By Louise Goldberg
Since early spring of 2020, the classroom experience has changed dramatically for students across the country and worldwide. School closings, remote learning, and social distancing have created extraordinary disruptions to the classroom environment and left many feeling isolated and distraught.
Even when schools reopen, many children will continue to stay home and rely on their screens for instruction and social interaction. Those who do attend school may find sparsely populated classrooms with curtailed opportunities for group activities. What was once the hub of their social lives may prove to be an almost empty landscape void of playful encounters such as bus rides, recess, hallway jostling and joking, school lunch, and other once banal occurrences. Who knows when these activities will resume?
Extraordinary amounts of social and emotional learning take place in these unstructured settings. It’s here that many children connect with and make new friends and giggle or holler or otherwise relieve frustration. The social networks that children establish in school often act as a surrogate family and provide some with the motivation to attend school.
Although typical social interactions may not be possible, there are innovative ways to build community within the classroom and provide outlets for relieving anxiety. Teachers need tools for incorporating these kinds of activities into their curricula. The following exercises are adapted from Classroom Yoga Breaks: Brief Exercises to Create Calm (W.W. Norton, 2017).
- Benevolent Community
Creating an environment where students feel accepted without being judged sets the stage for deeper, more honest connections with others. You might promote a benevolent community through a simple contract for classroom communication. Teachers may initiate a set of golden rules to be agreed upon by consensus and abided by within the classroom. For example, “respecting privacy” may take the form of avoiding gossip; “choose kind words” would require taking a moment to consider how one’s words might affect another; “just listen” encourages students to attend more completely to someone else when he or she is speaking.
After sharing a few examples, ask your students to suggest their own golden rules for the classroom, inviting them to create an environment where they feel comfortable and heard when they express themselves. Once they form a consensus of those guidelines that they want to implement in their classroom, ask them to write them out for display in their notebooks or on their screens so that they are reminded of them often. By selecting the rules themselves, students are more likely to be invested in these strategies to promote empathy and a more benevolent community.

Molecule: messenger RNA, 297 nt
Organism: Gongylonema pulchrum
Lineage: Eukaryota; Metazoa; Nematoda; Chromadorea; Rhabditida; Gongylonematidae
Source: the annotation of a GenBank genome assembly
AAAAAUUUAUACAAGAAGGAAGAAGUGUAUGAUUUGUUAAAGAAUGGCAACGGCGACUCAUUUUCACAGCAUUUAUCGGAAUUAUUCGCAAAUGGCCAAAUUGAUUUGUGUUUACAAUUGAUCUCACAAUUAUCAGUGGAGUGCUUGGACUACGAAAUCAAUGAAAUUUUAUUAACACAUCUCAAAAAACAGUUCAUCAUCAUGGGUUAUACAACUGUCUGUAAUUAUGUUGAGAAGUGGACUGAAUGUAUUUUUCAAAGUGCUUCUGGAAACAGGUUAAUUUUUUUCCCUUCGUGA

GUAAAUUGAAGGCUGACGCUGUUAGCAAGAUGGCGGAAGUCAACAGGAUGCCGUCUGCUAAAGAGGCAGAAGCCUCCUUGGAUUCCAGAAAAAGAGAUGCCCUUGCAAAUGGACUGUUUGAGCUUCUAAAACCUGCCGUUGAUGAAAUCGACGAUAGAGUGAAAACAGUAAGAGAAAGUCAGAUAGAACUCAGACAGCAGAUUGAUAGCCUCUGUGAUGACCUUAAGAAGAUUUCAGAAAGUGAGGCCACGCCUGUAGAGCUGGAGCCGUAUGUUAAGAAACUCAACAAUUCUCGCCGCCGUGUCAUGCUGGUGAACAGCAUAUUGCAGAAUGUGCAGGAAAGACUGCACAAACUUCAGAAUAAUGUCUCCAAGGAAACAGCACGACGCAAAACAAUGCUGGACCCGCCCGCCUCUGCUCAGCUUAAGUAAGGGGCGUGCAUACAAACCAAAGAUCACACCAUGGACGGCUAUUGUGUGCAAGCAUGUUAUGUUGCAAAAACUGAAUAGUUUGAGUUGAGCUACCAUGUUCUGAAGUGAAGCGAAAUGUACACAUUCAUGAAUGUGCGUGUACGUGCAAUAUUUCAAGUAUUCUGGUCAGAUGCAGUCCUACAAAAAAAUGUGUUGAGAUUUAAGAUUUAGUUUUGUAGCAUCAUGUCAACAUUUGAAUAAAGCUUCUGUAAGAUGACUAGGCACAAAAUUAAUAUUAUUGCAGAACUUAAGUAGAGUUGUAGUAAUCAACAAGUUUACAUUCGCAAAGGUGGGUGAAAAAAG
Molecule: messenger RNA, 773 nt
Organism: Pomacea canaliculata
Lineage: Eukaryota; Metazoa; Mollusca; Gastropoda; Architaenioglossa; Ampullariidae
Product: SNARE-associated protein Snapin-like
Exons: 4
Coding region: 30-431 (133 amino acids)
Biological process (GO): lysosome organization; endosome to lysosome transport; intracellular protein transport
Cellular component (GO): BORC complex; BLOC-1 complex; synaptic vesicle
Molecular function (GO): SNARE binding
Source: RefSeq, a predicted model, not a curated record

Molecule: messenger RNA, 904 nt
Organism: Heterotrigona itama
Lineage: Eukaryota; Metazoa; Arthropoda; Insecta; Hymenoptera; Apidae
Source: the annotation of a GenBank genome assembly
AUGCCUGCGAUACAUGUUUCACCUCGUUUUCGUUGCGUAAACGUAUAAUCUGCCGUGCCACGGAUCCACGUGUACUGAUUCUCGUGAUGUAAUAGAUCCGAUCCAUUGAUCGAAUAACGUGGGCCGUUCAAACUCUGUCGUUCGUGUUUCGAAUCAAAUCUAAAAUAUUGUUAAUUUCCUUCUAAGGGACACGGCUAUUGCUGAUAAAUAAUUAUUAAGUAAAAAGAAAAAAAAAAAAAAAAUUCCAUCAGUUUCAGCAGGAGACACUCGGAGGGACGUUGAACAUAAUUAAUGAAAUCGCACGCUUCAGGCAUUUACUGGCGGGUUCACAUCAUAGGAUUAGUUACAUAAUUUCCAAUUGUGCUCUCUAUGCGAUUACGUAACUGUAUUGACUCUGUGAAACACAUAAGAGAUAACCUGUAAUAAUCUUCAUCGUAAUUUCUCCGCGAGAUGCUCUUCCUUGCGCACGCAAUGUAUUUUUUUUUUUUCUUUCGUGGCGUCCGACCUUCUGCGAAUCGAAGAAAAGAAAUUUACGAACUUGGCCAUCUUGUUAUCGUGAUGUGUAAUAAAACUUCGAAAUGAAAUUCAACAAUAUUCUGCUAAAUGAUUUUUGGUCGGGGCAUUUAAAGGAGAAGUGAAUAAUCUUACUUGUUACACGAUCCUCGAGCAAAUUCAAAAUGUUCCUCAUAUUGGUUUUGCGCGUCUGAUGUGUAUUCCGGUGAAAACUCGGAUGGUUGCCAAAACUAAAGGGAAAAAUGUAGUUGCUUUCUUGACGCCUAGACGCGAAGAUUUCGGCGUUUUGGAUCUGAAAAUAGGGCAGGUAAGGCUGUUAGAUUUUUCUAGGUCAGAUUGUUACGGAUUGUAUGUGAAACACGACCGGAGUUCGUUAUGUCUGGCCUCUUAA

2. “Something I Like About You”
Connecting with classmates can also be done through a simple game called “Something I Like About You.” In a typical classroom, this would be played in a circle, but physical proximity is not required. One student is selected, and everyone in the class says one positive thing about that individual. If it’s more manageable, this can be done in written form, signed. Then teachers may highlight one or two students each day by selecting a few statements to be read aloud. Or, to abbreviate the game, each student is assigned a number: #1 says one thing they like about #2, #2 does the same for #3, and so on until the last number says something special about #1.
The only parameters are that the comments must be kind, positive, and appropriate for sharing in a group. Students may acknowledge their classmate’s personality, appearance, work habits, etc. Let’s say Mary is the student selected. Others may say that they like her curly hair or the color of her sneakers; they admire her soccer skills; or they may recall the time that she helped with their homework or listened when they were sad. Regardless of what their classmates choose to say, the student who is the subject of the praise is uplifted. It doesn’t matter if their classmates are commenting on their new shoes or their scholastic prowess; it is affirming to be noticed, acknowledged, and appreciated in some positive way.
3. Yoga Breaks
Another outcome of social distancing or online learning is the sense of isolation that many children are experiencing. Loneliness and boredom can contribute to depression and negative self-esteem. Physical separation from others may be necessary, but there’s never been a more important time to help students connect with themselves.
One simple yoga exercise that I often use to help students wake up and reconnect with their bodies is through mindful breathing and movement. Tree Breathing may be practiced standing or seated. Ask the students to press their palms together, thumbs at the sternum. Guide them to breathe in and out a few times in this position. With the next inhalation, ask them to float their hands up toward the ceiling, palms still together; with the exhalation, they return their hands to the starting position. Repeat up to 5 times or for one minute. Watching the fingertips, moving with awareness, and keeping the focus on the breath helps students “collect” and re-center themselves. If you notice students who are anxious or whose attention is drifting, try leading them through a minute or two of Tree Breathing to calm and reengage them before returning to the task at hand.
In addition to opportunities for social engagement, yoga breaks may be incorporated into the school day in just a minute or less to promote self-regulation and a sense of connection to self and others.
Louise Goldberg is the author of Classroom Yoga Breaks: Brief Exercises to Create Calm (2017) and Yoga Therapy for Children with Autism and Special Needs (2013), both published by W.W. Norton. She has been a classroom teacher and yoga educator for children of all ages and abilities. Find her at www.classroomyogabreaks.com.